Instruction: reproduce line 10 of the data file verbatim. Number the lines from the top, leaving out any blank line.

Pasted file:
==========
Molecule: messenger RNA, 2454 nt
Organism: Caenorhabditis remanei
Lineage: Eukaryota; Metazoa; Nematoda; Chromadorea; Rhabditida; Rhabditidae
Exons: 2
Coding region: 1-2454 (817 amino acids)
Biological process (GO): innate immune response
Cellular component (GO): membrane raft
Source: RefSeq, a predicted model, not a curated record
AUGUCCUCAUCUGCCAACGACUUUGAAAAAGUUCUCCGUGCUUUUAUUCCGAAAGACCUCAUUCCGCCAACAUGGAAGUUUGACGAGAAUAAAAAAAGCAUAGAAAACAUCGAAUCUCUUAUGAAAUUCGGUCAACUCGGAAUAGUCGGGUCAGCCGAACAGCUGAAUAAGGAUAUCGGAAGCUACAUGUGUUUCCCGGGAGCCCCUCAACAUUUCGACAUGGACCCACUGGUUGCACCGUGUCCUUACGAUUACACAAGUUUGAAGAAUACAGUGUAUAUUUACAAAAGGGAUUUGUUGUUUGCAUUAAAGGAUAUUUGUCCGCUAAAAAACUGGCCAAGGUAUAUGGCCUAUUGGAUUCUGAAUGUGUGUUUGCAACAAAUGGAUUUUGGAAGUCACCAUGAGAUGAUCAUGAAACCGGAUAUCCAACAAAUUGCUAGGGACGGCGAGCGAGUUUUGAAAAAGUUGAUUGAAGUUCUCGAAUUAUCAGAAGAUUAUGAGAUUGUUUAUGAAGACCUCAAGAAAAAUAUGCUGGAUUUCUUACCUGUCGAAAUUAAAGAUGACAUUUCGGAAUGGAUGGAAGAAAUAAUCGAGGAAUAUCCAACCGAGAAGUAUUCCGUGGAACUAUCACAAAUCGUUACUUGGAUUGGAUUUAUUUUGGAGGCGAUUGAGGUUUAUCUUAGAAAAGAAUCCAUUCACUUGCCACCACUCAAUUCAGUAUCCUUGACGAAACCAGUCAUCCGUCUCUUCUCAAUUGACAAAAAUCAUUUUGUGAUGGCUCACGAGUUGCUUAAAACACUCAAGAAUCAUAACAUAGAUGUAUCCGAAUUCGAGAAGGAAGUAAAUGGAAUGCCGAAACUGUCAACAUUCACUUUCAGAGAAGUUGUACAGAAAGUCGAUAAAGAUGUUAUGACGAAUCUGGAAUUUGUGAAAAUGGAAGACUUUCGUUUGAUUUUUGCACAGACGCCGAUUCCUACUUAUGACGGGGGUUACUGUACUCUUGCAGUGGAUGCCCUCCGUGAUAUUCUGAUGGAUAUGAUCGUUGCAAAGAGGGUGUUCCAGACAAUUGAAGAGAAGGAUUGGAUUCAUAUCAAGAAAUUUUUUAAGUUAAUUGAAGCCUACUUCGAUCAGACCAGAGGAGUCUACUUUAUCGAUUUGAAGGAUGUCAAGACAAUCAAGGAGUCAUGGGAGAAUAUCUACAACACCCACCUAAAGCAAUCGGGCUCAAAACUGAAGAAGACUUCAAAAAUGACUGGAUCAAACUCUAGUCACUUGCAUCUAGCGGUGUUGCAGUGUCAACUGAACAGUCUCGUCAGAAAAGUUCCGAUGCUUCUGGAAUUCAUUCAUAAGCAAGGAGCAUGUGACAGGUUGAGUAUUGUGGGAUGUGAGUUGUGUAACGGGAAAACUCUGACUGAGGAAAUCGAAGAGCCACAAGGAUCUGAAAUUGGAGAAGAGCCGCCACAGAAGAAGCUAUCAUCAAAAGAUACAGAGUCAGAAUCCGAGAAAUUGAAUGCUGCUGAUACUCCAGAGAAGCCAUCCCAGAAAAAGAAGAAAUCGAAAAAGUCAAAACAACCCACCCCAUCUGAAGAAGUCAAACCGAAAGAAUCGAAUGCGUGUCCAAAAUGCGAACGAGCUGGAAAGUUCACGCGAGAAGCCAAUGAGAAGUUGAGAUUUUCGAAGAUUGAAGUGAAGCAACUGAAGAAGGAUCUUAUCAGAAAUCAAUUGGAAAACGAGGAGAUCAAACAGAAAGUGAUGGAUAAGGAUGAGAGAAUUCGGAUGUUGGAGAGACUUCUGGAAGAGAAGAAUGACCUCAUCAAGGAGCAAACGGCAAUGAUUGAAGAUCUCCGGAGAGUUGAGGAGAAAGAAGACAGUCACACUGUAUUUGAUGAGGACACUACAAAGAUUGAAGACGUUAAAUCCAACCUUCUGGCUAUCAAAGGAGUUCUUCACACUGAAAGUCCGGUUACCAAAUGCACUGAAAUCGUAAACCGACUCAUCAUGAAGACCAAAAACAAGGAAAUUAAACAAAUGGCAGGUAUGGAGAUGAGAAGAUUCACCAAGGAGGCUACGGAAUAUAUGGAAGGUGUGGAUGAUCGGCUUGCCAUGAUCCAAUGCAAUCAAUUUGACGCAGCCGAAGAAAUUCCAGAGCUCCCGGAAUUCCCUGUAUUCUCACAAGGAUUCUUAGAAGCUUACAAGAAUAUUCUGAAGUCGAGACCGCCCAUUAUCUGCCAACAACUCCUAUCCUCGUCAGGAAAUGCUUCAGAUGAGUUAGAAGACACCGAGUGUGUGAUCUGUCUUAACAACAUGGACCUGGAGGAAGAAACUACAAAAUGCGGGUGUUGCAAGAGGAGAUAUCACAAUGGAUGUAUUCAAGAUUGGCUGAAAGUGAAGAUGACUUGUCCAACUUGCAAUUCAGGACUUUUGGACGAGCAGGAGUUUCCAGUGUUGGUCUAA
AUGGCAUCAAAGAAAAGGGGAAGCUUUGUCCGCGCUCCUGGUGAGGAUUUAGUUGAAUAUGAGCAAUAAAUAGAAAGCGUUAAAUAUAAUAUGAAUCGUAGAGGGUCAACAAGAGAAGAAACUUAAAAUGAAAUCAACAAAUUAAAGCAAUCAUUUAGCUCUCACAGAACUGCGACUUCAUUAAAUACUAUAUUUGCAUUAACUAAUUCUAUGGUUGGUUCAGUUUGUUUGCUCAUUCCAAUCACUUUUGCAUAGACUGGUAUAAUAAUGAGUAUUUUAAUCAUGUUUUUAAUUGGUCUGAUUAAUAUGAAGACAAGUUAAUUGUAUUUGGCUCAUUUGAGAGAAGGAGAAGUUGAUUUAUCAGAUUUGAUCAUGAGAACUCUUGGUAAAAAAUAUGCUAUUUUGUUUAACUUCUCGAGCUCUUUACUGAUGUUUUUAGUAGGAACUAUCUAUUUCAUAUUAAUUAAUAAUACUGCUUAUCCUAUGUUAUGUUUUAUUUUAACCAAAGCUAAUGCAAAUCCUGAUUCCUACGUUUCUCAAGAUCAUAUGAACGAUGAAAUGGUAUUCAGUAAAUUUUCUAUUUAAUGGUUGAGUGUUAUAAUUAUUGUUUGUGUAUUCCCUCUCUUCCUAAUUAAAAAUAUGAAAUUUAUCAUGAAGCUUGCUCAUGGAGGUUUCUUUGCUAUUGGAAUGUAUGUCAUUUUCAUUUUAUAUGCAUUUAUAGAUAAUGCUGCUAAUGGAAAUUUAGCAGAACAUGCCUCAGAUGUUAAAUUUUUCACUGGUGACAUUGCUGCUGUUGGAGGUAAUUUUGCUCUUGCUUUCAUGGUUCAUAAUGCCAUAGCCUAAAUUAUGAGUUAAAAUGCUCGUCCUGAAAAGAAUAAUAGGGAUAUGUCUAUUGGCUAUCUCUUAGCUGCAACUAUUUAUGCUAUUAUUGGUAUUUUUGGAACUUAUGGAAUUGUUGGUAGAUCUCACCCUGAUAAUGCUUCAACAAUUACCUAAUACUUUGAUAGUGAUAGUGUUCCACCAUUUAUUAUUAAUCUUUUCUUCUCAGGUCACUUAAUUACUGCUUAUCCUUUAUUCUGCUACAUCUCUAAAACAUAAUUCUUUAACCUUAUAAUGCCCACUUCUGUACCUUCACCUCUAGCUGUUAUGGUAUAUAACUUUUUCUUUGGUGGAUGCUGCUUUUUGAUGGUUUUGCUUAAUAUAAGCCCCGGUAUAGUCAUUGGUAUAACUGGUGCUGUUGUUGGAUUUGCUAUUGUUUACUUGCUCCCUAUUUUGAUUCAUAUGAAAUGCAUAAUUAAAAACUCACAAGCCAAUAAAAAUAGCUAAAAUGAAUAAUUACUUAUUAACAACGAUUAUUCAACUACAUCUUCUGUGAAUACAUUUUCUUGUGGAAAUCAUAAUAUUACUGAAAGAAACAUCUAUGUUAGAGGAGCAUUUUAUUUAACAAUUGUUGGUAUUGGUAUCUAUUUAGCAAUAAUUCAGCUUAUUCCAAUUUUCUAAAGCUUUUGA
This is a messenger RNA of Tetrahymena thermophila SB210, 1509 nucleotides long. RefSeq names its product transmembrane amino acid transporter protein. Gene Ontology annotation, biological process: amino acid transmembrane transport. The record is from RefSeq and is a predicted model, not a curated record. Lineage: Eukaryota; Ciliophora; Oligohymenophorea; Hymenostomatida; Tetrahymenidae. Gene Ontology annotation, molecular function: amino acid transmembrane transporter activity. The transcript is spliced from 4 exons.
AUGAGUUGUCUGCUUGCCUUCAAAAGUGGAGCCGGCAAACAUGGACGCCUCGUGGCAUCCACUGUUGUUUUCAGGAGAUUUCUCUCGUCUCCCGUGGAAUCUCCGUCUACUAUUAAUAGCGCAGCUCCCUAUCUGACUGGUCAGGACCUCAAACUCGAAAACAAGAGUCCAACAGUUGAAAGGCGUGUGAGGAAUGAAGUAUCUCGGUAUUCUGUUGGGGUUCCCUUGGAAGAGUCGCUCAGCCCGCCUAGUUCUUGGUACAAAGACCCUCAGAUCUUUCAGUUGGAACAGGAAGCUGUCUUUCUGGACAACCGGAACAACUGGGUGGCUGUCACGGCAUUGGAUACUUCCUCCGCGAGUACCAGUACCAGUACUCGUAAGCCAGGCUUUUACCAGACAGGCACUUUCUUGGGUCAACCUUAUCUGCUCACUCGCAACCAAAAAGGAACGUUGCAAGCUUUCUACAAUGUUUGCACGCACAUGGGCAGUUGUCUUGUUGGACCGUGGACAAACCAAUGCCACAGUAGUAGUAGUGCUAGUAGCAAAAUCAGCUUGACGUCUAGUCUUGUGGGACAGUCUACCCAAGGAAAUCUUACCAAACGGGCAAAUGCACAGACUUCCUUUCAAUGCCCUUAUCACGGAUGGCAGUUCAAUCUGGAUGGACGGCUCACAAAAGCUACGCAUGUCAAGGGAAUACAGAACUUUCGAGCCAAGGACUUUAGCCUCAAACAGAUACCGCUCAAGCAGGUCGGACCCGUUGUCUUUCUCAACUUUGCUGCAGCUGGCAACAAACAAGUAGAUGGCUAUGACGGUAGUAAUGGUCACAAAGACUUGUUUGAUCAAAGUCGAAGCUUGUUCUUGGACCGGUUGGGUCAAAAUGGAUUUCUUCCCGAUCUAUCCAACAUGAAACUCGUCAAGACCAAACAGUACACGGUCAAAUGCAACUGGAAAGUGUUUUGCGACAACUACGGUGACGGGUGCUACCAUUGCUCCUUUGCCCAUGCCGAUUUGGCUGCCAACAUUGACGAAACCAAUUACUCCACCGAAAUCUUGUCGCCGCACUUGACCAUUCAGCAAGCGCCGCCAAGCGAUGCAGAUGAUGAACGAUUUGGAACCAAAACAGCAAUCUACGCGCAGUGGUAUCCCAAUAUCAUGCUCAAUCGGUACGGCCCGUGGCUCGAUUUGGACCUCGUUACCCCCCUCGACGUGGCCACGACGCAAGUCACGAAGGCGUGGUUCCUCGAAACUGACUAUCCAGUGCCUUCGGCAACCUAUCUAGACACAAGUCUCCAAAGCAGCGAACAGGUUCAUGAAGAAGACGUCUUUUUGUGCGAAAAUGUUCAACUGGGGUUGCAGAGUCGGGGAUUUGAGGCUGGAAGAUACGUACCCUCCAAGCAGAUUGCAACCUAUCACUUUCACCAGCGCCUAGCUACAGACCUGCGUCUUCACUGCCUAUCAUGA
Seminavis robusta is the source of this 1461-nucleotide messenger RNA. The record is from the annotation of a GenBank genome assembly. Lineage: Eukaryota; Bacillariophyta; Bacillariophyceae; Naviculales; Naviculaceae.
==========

AUGGCAUCAAAGAAAAGGGGAAGCUUUGUCCGCGCUCCUGGUGAGGAUUUAGUUGAAUAUGAGCAAUAAAUAGAAAGCGUUAAAUAUAAUAUGAAUCGUAGAGGGUCAACAAGAGAAGAAACUUAAAAUGAAAUCAACAAAUUAAAGCAAUCAUUUAGCUCUCACAGAACUGCGACUUCAUUAAAUACUAUAUUUGCAUUAACUAAUUCUAUGGUUGGUUCAGUUUGUUUGCUCAUUCCAAUCACUUUUGCAUAGACUGGUAUAAUAAUGAGUAUUUUAAUCAUGUUUUUAAUUGGUCUGAUUAAUAUGAAGACAAGUUAAUUGUAUUUGGCUCAUUUGAGAGAAGGAGAAGUUGAUUUAUCAGAUUUGAUCAUGAGAACUCUUGGUAAAAAAUAUGCUAUUUUGUUUAACUUCUCGAGCUCUUUACUGAUGUUUUUAGUAGGAACUAUCUAUUUCAUAUUAAUUAAUAAUACUGCUUAUCCUAUGUUAUGUUUUAUUUUAACCAAAGCUAAUGCAAAUCCUGAUUCCUACGUUUCUCAAGAUCAUAUGAACGAUGAAAUGGUAUUCAGUAAAUUUUCUAUUUAAUGGUUGAGUGUUAUAAUUAUUGUUUGUGUAUUCCCUCUCUUCCUAAUUAAAAAUAUGAAAUUUAUCAUGAAGCUUGCUCAUGGAGGUUUCUUUGCUAUUGGAAUGUAUGUCAUUUUCAUUUUAUAUGCAUUUAUAGAUAAUGCUGCUAAUGGAAAUUUAGCAGAACAUGCCUCAGAUGUUAAAUUUUUCACUGGUGACAUUGCUGCUGUUGGAGGUAAUUUUGCUCUUGCUUUCAUGGUUCAUAAUGCCAUAGCCUAAAUUAUGAGUUAAAAUGCUCGUCCUGAAAAGAAUAAUAGGGAUAUGUCUAUUGGCUAUCUCUUAGCUGCAACUAUUUAUGCUAUUAUUGGUAUUUUUGGAACUUAUGGAAUUGUUGGUAGAUCUCACCCUGAUAAUGCUUCAACAAUUACCUAAUACUUUGAUAGUGAUAGUGUUCCACCAUUUAUUAUUAAUCUUUUCUUCUCAGGUCACUUAAUUACUGCUUAUCCUUUAUUCUGCUACAUCUCUAAAACAUAAUUCUUUAACCUUAUAAUGCCCACUUCUGUACCUUCACCUCUAGCUGUUAUGGUAUAUAACUUUUUCUUUGGUGGAUGCUGCUUUUUGAUGGUUUUGCUUAAUAUAAGCCCCGGUAUAGUCAUUGGUAUAACUGGUGCUGUUGUUGGAUUUGCUAUUGUUUACUUGCUCCCUAUUUUGAUUCAUAUGAAAUGCAUAAUUAAAAACUCACAAGCCAAUAAAAAUAGCUAAAAUGAAUAAUUACUUAUUAACAACGAUUAUUCAACUACAUCUUCUGUGAAUACAUUUUCUUGUGGAAAUCAUAAUAUUACUGAAAGAAACAUCUAUGUUAGAGGAGCAUUUUAUUUAACAAUUGUUGGUAUUGGUAUCUAUUUAGCAAUAAUUCAGCUUAUUCCAAUUUUCUAAAGCUUUUGA